Swine flu still rumbles on in the background, and it is still dangerous–but could two new inventions revealed this week give us Star Trek-like medical technology to help us combat future pandemics?
Claims that scientists have developed real-life versions of the fantastical medical tricorders wielded by Bones, Beverly and other Star Trek doctors have come and gone before. But the SPTT is a more realistic suggestion. Because, like those sci-fi devices, the Standoff Patient Triage Tool doesn’t require physical contact with a patient to detect pulse, body temperature and respiration. In fact it doesn’t even have to be close–it can do all that medical magic from 40 feet away. It uses laser doppler vibrometry, developed for military purposes, and by sending light signals out to a patient, then assessing the fine motions of the regions of the body like the carotid artery. Sophisticated algorithms then determine exactly what the patient’s status is, in concert with optical and infrared video signals.
It’s still under development at the DHS’ Science and Technology Directorate and it’s not sophisticated enough to do specific diagnoses. Instead the whole purpose is to speed up triage, which is the first stage in assessing a patient’s health, getting it down to about 30 seconds and largely automated. Those saved seconds would be vital in an emergency, and the 40-foot standoff means it could be used in airports to detect ill people before they become a public danger.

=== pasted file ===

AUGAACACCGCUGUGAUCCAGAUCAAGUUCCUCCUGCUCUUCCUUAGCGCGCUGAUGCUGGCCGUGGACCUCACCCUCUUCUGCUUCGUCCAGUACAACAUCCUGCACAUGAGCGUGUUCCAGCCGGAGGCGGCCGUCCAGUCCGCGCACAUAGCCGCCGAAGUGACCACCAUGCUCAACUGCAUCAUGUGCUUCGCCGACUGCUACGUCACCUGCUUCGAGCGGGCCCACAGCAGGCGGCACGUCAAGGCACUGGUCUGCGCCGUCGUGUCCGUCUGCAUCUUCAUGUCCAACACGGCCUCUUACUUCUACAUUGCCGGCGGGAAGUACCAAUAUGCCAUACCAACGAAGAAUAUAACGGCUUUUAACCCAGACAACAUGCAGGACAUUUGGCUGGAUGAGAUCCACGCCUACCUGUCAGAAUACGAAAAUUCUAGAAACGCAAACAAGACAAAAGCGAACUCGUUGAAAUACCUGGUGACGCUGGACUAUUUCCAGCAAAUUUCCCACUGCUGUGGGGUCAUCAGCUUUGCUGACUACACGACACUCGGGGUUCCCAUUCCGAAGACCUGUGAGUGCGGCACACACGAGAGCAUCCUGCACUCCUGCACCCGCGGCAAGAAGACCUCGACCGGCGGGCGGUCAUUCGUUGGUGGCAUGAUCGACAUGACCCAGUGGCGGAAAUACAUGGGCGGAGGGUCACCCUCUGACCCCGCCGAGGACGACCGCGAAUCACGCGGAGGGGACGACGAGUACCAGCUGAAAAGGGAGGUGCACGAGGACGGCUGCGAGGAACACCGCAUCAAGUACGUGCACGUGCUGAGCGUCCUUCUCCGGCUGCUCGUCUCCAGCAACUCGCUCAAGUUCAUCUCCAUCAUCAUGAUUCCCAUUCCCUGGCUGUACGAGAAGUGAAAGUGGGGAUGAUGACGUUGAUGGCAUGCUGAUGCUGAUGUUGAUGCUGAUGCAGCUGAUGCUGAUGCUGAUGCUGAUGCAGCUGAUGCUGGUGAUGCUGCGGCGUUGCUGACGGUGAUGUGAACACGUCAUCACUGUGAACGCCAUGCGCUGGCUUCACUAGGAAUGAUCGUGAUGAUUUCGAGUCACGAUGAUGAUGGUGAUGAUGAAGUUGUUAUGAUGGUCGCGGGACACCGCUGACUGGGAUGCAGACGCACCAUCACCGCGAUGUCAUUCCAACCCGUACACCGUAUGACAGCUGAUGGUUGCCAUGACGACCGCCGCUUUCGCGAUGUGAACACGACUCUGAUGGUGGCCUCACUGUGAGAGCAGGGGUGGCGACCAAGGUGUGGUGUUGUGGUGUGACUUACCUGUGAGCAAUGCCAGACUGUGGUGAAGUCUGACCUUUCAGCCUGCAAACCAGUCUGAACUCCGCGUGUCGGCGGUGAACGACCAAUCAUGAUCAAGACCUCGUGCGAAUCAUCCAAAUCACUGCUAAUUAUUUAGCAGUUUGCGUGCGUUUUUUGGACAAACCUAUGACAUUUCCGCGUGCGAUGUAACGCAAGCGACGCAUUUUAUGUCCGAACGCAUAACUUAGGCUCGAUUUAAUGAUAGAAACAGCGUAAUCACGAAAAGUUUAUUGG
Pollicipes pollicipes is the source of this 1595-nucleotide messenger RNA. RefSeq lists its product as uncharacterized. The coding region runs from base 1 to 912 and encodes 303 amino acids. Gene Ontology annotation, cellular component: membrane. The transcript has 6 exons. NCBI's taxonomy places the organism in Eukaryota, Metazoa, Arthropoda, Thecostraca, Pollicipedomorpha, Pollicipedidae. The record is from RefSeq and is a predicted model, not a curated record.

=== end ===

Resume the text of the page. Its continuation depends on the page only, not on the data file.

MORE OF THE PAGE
Meanwhile the Netherlands company Ostendum has created a device that’s not far from the automatic rapid diagnosis of a tricorder. The device is portable, and it can detect the markers of a virus or bacteria from a sample at the scene in mere minutes, significantly faster than standard techniques.
At its core is a lab-on-a-chip system that draws blood or saliva samples into special sensing chambers via microfluidics. These are coated with specific marker chemicals for particular diseases, and here the virus or bacteria bind with the receptor chemicals. A laser is shone through the chip, and the interference with its beam caused by the binding action gives an extremely precise measure of the amount of activity. Ostendum has developed a working prototype and plans to put it on the market in 2010. But the company’s management claim if they had swine flu antibodies available as markers, the system would be able to assess if a patient was a carrier in moments rather than the hours it currently takes.
Sure, neither of these are quite up to a tricorder’s powers, but imagine them combined into a specialist medical portable computer inside a decade. That would be a powerful tool with which to face the next pandemic.